When trans woman Viviany Belebony, 26, shocked the Brazilian public in the beginning of June by parading in São Paulo LGBT Pride as a bloody, naked version of crucified Jesus Christ, an extremely conservative public claimed blasphemy.
Viviany nailed herself to the cross — which had the saying “NO MORE HOMOPHOBIA” on the top — during Pride because she wanted to represent the pain and death suffered by the LGBT community. She insists that she was not dressed as Jesus (like so many are claiming) but as a beaten, injured version of herself. I was able to catch up with Viviany for an eye-opening interview:
“I used the marks of Jesus, who was humiliated, beaten and killed. This is exactly what has been happening to a lot of people in the LGBT community, but no one is shocked by that,” she explained. “I wasn’t dressed like Jesus, I was dressed like Viviany, whipped by my life story, beaten by prejudiced people. I was also representing people who were killed by homophobia. I was dressed as Viviany, massacred by society.”
A photo of Viviany in São Paulo’s Pride became viral when (notably homophobic) Congressman Marco Feliciano published it on his Facebook page, alleging blasphemy and disrespect. Since then, Viviany has received death threats every day, avoids leaving her house because of panic attacks, and only attends events when she is surrounded by friends who make her feel safe.
“I am suing Marco Feliciano because the attention he gave me has been so negative because of something positive that I was trying to do in my life,” she said.
Despite attempts to make Brazil an LGBT friendly destination in 2011 and the legalization of same-sex marriage in 2013, Brazil is still an incredibly intolerant country when it comes to its LGBT community. While the Human Rights Committee discussed the possibility of giving a government allowance to “ex-gays” who have gone through conversion therapy last week, statistics point that one gay, transgender, or bisexual person is killed every 28 hours in Brazil.
Being transgender in Brazil can be particularly lethal: the country holds the highest murder rate of trans people in the world, according to Transrespect Versus Transphobia. Terrifyingly, according to the group Transrevolução, life expectancy for trans people is about 30, against the cis-average of 75.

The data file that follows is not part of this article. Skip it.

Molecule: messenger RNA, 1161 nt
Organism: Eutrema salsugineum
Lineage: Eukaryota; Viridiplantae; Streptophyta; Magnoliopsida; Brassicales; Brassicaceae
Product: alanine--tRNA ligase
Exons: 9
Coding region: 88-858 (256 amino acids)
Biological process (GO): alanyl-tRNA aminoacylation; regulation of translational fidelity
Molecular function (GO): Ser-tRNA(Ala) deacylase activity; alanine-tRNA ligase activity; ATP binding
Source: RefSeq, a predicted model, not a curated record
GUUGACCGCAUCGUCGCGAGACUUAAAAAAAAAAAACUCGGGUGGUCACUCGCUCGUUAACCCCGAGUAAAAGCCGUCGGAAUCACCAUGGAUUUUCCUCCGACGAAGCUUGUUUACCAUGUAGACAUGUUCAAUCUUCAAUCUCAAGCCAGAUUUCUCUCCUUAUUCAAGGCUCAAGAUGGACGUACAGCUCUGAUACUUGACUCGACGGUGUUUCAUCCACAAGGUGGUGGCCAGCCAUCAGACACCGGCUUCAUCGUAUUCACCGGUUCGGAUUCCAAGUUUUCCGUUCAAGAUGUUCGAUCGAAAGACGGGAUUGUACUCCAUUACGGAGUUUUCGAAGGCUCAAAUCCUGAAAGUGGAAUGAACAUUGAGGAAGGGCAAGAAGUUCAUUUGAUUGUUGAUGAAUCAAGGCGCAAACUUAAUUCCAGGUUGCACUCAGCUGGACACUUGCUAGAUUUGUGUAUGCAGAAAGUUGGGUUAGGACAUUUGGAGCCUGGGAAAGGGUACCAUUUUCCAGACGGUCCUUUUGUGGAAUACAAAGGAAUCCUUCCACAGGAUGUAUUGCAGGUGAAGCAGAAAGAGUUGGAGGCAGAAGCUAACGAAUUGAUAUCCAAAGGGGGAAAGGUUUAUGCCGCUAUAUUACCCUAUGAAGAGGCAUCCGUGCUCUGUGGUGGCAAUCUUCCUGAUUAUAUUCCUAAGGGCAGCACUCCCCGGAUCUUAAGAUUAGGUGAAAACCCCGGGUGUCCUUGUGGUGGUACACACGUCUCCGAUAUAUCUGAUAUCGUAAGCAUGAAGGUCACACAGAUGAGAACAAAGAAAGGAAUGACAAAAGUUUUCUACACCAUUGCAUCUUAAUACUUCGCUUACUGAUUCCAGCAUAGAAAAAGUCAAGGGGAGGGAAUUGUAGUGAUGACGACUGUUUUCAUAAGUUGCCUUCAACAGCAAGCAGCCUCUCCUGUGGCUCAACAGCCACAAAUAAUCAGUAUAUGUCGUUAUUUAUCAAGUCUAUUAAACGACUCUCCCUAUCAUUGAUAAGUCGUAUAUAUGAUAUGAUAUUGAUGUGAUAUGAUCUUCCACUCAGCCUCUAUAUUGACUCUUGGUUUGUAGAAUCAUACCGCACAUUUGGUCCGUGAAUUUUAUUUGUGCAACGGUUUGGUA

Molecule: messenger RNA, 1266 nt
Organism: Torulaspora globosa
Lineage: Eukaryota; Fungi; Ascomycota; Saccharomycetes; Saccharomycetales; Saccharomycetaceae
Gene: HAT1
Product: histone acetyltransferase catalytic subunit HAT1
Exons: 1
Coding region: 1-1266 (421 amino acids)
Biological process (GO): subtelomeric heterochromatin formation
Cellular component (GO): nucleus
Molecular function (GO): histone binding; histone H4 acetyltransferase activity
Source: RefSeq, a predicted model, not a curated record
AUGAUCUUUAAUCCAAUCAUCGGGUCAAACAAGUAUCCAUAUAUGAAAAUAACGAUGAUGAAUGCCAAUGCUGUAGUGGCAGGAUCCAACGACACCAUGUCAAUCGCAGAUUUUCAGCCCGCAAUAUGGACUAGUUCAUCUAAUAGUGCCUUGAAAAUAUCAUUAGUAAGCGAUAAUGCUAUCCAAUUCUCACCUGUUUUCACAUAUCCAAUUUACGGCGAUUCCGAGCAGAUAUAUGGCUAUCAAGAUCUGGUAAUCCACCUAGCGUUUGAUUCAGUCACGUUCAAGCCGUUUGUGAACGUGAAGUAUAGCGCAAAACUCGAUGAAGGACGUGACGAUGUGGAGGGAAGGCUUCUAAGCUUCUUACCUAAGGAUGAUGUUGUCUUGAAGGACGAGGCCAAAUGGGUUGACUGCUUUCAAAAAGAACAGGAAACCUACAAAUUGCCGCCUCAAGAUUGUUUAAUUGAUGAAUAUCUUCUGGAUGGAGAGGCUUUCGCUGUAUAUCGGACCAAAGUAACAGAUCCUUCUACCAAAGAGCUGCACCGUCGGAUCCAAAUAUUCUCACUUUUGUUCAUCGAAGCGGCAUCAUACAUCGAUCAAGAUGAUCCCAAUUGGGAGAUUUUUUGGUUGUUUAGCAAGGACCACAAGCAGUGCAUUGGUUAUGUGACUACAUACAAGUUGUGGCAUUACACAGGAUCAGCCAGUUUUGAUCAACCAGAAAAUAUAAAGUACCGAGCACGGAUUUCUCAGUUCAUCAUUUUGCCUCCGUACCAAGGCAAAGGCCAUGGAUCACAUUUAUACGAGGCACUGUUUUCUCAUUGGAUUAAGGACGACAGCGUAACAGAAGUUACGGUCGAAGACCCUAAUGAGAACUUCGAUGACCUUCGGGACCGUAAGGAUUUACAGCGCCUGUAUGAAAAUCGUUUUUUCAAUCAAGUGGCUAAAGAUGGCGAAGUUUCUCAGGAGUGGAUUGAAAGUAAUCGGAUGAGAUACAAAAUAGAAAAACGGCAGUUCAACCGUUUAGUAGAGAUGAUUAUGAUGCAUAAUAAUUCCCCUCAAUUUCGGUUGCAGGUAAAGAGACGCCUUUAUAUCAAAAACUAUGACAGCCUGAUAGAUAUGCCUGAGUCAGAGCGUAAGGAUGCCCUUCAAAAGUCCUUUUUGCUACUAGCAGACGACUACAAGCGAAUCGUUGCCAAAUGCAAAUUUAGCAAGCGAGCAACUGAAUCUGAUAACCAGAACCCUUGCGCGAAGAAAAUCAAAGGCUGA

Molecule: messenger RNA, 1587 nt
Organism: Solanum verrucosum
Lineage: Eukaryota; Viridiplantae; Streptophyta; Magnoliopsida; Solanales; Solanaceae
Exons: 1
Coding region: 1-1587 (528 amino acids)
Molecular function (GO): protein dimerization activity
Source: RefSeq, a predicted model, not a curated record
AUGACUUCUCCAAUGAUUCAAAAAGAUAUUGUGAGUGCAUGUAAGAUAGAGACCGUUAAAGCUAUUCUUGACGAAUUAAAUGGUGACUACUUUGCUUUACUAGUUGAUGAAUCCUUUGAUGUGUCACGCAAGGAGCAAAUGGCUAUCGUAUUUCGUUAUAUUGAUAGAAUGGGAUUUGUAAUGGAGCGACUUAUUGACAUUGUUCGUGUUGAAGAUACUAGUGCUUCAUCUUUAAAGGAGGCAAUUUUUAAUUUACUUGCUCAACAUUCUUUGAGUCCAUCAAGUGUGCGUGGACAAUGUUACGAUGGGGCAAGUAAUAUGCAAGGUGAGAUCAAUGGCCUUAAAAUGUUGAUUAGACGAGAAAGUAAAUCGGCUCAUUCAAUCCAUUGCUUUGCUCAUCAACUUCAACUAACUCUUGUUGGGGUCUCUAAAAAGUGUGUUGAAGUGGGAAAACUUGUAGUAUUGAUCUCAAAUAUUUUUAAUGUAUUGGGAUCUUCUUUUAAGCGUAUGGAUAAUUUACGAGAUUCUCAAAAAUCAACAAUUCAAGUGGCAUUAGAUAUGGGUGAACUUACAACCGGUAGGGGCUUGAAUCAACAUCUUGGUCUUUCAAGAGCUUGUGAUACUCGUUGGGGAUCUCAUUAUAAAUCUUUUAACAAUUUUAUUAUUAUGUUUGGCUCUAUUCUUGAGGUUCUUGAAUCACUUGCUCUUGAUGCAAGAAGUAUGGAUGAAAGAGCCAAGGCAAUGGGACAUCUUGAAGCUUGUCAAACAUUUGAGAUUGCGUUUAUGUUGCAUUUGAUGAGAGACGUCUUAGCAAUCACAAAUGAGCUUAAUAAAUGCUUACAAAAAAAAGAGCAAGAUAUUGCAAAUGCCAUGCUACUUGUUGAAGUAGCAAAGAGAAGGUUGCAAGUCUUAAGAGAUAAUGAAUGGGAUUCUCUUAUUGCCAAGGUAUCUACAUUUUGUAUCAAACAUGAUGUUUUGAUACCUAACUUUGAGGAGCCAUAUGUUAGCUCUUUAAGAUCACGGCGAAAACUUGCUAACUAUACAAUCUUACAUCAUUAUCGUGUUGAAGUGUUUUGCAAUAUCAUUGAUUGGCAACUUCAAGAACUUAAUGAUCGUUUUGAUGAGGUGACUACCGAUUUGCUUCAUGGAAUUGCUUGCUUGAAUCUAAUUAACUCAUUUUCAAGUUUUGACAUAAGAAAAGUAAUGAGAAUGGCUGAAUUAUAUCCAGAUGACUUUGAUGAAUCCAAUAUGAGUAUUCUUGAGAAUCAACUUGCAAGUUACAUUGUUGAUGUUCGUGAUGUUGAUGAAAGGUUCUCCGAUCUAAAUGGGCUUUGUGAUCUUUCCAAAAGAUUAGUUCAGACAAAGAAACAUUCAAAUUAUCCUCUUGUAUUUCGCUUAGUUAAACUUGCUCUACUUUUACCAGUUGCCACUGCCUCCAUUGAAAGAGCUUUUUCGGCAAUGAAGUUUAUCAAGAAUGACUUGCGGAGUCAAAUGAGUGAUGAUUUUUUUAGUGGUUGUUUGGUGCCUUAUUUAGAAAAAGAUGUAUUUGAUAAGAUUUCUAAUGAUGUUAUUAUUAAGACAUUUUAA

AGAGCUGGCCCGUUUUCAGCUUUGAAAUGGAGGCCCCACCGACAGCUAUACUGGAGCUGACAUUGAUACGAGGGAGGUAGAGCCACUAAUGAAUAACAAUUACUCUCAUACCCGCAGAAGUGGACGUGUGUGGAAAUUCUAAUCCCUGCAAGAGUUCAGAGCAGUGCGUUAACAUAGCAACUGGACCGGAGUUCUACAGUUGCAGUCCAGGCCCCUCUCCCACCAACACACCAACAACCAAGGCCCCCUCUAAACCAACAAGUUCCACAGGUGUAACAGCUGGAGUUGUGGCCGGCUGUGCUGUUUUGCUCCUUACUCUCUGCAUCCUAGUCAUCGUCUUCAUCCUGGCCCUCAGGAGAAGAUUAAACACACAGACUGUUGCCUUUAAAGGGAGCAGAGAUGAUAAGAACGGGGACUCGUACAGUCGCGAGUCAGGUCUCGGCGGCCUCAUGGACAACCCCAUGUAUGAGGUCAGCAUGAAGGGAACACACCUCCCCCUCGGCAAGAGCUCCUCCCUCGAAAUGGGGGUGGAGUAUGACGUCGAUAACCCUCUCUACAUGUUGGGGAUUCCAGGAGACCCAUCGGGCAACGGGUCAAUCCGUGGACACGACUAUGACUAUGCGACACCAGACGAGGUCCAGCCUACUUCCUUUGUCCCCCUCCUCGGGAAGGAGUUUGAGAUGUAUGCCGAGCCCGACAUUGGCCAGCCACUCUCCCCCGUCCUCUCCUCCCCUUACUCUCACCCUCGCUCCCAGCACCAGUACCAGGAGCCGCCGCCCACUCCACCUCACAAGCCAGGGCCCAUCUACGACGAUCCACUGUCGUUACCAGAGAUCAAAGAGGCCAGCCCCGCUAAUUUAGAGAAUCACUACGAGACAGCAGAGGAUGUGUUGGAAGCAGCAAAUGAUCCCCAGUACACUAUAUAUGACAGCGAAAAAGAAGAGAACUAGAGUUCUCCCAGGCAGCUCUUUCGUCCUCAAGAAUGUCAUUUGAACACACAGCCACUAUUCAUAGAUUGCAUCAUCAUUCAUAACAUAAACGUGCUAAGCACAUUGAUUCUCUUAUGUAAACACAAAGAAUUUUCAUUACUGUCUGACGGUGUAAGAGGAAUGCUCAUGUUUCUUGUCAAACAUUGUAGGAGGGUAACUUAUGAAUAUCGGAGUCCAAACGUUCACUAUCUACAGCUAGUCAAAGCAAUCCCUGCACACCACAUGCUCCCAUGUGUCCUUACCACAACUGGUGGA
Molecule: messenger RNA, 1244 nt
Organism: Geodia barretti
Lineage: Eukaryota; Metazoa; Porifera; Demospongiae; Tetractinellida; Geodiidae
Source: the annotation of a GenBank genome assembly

Viviany knew she was transgender from an early age. She was bullied in school, beaten by her classmates, and made homeless by her own sister at age 17, for coming out as gay and for performing as a drag queen.
“I didn’t want to tell my mom because, in the world we live today, I would be a disappointment to my family and I didn’t want that,” she said. “I wanted people to love me, I wanted my mother to love me, I wanted the world to love me. I never wanted to go through what I go through to this day.”
At 24, Viviany came out as a trans woman, which has affected her ability to find work. Her dream is to be an actress, but employers often back out of job offers once they realize Viviany is a trans woman.
“It’s been almost two years that I am trying to be an actress, and I find myself getting sad when I watch TV and see people who are not trans play characters who are trans,” she said. “This saddens me because I am fighting to start my career, but I am failing. And what I want the most is to be a reason for pride in the LGBT community.”
The aftermath of Viviany’s Pride protest is a sample of Brazilian society’s intolerance towards transgender people, particularly from religious branches of the population. A bill that made discrimination against LGBT people a crime was pushed aside in the beginning of this year amid concerns that “the bill of the law infringes on freedom of speech, especially that of religious preachers,” according to Folha de São Paulo. While there is no punishment for those abusing and terrorizing Viviany every day, Congressman Marco Feliciano — the man who made her photo go viral in an unsafe, conservative space – continues to sit in his government position, comfortably spreading hate with the click of a mouse.